I have looked this video - Altair 8800 - Interrupt Acknowledge Cycle and have few questions (I have read wikipedia Intel 8080 article, Altair 8800 Operator's manual, Charles Petzold "Code" and few article on the internet, like this and didn't found answer yet):
Maybe to start with the obvious: Not every device needs to be interrupt driven.
- Altair 8800 (and Intel 8080) have 8 RST, the first, RST 0 used by hard reset button, so only 7 RST we can use for peripherals (I think). Does it mean, that it couldn't be connected more than 7 peripherals to this computer? Because, how it will be work, if the CPU doesn't notice it?
No, all it means that there are only 8 distinctive routines that can be called directly by issuing one of the RST instructions. It doesn't imply any relation to the number if interrupt serviceable devices or devices at all.
(And it's 8, not 7, as RST0 can ofc be used for an interrupt handler)
An interrupt controller (like 8259 *1) can issue one RST for all interrupts, having them all initiate the same routine and then be polled by the routine to check which is the one to be served. Or they can have separate. Or a mixture of both. It's up to the systems requirements (and what style the designer preferred).
Or, instead of an RST, a CALL can be delivered (*2). When the 8080 (or Z80 in Mode 0) senses a CALL opcode during an interrupt cycle it will issue two additional cycles to fetch the address to be used. Thus there can be as many different entrypoints as one wishes (*3)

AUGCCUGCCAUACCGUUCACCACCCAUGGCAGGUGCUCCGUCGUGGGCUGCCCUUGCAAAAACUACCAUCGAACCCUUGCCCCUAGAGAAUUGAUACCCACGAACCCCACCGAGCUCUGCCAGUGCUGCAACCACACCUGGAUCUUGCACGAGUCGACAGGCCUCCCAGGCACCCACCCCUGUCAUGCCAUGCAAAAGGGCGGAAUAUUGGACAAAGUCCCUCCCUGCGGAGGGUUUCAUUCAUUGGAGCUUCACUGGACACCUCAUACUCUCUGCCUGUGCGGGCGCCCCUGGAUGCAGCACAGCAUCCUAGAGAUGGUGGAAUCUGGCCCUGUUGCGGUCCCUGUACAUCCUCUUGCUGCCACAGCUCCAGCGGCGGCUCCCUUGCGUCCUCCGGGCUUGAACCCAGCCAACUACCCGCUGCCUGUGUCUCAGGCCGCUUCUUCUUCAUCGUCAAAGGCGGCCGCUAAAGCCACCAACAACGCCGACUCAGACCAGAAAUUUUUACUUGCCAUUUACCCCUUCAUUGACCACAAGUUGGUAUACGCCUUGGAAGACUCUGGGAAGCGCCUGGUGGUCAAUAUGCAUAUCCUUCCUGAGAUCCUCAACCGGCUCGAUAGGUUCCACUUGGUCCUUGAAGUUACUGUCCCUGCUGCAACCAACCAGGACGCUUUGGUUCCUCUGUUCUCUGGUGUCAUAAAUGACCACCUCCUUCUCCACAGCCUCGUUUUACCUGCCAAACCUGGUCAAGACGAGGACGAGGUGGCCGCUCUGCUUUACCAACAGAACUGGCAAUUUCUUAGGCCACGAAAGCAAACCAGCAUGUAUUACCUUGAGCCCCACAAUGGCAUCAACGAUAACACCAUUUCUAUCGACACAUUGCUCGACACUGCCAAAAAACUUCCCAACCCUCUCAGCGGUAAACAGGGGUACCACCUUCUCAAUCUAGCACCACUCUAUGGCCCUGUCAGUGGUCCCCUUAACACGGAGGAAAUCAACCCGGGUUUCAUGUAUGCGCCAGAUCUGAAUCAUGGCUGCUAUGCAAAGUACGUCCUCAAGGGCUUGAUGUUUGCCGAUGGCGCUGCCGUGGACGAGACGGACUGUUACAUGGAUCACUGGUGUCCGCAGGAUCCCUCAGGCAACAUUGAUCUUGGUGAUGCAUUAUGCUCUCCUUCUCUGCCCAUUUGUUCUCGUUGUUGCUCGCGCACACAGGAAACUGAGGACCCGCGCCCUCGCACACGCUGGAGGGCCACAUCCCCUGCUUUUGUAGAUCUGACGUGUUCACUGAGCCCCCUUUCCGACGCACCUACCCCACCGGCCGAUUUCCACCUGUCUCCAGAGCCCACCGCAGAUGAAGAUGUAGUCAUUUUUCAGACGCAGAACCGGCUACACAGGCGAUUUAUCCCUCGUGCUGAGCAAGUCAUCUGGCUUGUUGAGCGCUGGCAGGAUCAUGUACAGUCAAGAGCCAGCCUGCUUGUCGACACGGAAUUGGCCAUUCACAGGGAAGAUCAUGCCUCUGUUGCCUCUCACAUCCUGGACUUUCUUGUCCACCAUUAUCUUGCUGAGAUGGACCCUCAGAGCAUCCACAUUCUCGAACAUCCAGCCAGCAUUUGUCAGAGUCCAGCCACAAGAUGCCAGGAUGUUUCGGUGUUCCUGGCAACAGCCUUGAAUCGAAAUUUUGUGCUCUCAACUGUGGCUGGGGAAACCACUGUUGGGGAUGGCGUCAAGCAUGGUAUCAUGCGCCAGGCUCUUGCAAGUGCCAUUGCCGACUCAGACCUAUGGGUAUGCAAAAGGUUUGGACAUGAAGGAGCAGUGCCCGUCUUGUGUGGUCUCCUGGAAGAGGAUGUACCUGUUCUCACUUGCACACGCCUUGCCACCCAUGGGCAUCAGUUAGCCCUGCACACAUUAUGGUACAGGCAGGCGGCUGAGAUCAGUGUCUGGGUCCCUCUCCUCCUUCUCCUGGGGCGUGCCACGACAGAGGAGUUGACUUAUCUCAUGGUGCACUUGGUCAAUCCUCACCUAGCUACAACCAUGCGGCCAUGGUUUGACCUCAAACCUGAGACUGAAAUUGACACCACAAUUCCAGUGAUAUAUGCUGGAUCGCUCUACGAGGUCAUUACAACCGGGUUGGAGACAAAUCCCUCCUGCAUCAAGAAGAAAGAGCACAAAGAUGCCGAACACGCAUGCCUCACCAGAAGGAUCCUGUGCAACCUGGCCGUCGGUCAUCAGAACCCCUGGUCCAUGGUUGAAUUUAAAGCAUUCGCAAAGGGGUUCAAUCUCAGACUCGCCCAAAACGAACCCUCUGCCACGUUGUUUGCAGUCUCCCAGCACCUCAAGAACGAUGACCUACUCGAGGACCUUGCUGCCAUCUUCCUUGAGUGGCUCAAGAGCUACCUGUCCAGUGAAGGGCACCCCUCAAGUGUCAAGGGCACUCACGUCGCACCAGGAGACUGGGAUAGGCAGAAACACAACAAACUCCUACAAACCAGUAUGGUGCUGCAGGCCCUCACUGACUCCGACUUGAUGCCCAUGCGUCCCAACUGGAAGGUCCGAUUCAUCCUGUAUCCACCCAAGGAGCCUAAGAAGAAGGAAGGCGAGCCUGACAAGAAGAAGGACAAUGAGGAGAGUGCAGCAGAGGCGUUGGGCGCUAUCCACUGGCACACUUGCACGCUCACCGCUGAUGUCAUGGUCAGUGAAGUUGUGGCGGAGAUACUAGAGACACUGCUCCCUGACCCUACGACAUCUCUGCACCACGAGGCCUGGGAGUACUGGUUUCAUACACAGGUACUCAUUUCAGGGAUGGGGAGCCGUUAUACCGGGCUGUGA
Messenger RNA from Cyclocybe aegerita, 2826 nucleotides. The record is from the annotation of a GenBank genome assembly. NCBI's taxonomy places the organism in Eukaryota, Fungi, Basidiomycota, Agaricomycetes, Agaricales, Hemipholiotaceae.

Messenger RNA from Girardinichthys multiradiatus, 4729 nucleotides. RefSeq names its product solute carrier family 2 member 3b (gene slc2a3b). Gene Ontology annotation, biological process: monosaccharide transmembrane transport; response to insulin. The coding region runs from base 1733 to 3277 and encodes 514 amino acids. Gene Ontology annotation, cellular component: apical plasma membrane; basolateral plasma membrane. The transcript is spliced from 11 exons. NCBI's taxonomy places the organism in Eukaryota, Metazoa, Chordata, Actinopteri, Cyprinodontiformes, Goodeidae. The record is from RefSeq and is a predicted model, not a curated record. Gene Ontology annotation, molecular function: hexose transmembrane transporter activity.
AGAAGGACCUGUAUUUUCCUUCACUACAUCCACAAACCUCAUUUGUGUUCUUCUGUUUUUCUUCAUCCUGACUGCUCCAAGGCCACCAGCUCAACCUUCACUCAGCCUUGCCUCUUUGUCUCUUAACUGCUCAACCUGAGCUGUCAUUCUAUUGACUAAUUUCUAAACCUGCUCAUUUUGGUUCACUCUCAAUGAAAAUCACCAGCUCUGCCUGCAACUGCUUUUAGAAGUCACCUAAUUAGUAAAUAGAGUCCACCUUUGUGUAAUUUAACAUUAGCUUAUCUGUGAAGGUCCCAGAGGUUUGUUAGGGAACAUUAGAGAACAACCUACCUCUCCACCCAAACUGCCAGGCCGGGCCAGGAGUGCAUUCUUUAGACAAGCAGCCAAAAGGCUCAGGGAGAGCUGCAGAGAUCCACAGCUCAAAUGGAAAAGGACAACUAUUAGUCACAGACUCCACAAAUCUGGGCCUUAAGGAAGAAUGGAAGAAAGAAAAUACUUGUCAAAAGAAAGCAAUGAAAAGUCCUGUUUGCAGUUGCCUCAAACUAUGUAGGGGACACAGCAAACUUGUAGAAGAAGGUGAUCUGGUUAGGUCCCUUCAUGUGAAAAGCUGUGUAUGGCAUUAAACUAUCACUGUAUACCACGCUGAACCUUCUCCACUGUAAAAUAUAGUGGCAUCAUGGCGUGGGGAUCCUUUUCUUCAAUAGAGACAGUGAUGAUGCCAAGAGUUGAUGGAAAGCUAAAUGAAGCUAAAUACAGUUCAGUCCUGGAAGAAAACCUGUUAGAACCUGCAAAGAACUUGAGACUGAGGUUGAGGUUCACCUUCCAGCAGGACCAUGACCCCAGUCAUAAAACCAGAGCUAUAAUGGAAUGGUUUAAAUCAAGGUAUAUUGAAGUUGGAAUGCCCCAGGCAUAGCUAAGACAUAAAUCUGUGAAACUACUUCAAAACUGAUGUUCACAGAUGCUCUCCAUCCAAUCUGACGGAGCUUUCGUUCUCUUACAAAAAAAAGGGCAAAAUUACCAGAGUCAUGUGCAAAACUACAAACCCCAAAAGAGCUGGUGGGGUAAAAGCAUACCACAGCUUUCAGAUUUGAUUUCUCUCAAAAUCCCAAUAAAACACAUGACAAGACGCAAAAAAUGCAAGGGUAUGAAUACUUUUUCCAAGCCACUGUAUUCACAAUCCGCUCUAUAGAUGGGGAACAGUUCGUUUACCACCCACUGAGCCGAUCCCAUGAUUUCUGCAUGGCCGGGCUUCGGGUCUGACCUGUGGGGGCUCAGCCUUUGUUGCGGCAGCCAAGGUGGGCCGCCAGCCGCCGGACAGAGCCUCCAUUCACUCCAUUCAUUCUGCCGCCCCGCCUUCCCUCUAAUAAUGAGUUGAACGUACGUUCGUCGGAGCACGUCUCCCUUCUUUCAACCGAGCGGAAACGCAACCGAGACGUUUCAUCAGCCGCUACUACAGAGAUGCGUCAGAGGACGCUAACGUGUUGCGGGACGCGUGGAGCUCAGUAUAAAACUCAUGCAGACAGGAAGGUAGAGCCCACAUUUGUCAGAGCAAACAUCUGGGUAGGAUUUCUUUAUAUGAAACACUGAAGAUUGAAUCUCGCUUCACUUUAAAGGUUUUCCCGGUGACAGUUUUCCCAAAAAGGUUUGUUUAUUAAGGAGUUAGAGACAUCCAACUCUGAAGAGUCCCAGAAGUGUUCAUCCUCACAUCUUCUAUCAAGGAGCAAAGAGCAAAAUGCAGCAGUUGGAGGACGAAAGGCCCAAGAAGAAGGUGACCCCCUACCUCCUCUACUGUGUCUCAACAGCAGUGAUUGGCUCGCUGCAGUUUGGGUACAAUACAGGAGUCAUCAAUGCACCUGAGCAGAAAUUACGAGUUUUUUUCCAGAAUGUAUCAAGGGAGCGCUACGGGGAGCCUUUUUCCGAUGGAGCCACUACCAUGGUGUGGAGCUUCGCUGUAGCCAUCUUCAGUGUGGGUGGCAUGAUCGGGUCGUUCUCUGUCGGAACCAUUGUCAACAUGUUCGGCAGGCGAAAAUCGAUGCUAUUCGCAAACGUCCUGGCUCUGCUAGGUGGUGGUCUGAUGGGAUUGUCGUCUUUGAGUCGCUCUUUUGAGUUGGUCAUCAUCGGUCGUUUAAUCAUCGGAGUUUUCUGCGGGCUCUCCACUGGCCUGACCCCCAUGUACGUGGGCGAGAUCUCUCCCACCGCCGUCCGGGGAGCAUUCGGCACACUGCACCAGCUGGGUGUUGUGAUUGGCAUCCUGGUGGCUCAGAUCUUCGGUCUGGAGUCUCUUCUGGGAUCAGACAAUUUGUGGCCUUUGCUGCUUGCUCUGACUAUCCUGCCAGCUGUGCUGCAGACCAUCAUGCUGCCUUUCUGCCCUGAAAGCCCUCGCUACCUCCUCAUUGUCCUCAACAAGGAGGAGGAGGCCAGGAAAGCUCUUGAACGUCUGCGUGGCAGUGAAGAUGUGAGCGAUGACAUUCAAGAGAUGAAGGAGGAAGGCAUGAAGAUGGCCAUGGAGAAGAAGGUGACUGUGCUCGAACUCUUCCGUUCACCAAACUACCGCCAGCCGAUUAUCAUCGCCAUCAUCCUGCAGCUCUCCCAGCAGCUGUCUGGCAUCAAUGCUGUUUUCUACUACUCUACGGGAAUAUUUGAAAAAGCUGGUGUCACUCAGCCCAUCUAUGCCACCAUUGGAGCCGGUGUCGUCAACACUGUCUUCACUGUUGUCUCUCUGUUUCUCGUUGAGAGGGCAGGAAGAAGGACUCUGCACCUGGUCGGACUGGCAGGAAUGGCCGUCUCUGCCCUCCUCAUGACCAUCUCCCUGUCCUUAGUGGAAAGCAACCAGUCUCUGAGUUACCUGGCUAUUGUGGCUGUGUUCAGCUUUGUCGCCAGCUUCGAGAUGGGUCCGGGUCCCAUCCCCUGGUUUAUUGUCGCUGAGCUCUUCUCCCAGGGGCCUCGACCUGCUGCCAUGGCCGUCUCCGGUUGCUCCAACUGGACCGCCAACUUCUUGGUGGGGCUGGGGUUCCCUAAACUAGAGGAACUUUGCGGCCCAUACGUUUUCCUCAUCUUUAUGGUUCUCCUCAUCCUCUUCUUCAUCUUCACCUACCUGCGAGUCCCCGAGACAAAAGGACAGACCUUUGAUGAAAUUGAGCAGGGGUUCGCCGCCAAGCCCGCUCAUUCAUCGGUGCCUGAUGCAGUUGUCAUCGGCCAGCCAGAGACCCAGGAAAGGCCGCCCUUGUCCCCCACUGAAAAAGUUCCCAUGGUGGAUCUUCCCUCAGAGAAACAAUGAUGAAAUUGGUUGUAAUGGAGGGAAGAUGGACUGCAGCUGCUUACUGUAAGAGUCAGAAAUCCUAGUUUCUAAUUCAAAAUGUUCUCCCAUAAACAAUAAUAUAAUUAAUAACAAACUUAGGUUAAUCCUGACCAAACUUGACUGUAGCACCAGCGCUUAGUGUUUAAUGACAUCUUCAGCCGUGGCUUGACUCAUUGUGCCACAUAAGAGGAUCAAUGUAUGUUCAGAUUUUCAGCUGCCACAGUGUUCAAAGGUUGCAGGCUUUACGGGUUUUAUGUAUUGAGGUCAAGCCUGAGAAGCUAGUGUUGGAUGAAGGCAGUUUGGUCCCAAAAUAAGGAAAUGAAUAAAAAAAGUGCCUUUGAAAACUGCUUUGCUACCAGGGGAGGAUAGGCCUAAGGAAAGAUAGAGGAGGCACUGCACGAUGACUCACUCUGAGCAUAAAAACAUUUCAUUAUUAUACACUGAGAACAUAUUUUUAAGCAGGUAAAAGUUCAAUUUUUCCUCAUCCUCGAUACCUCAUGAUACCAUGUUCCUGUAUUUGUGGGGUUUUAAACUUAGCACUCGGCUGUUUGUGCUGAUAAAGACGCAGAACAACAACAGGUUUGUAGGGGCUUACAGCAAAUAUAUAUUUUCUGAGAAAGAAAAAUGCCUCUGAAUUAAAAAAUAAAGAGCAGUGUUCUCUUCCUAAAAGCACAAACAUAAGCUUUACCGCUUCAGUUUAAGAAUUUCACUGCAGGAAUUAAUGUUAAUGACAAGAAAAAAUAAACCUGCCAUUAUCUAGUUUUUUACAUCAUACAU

- Why Intel 8080 have 256 I/O port addresses, while it has only 8 RST instructions to handle 8 devices? How is it supposed to work with the other 248 devices?
As said above, number of RST instructions, number of interrupt sources and number of I/O ports are not in any predefined relation to each other and to the number of 'devices'.
To start with, there is no assumption if a device is represented by a single I/O address, or if it occupies several. A 8251 serial interface would occupy 4 I/O addresses, while a 16550 needs 8, and a 8250 can get alone with just two.
In fact, one I/O address could as well be shared by multiple devices due to whatever (hardware or software) protocol. Like accessing different devices when writing or reading.
Next, a 'device' does not need to have an interrupt associated. It may or may not, depending on its purpose, structure and workings. This may even differ for the same type of device. For example a keyboard interface can be implemented interrupt driven - with issuing an interrupt for each keypress, or polled, where it' up to the CPU to look if a new keypress has occurred or not.
And last, an interrupt can be shared by two devices - like having a board with several 16550 sharing a single interrupt line, programmed to use the same RST. Resulting in one interrupt, one RST, two devices and 16 addresses.
- Does each RST "hardwired" to specific socket on the S-100 bus?
(I assume you mean Slot when speaking about 'Socket')
No. The S100 bus (in actual use, not as with the original Altair) supports three interrupt lines: /RESET, /NMI and /INT which connect all slots in parallel. Ignoring /RESET and /NMI, there is only one line, thus there can not be a slot specific assignment (*4). It all depends on the CPU used, the interrupt mode used and programming of the interrupt controller used.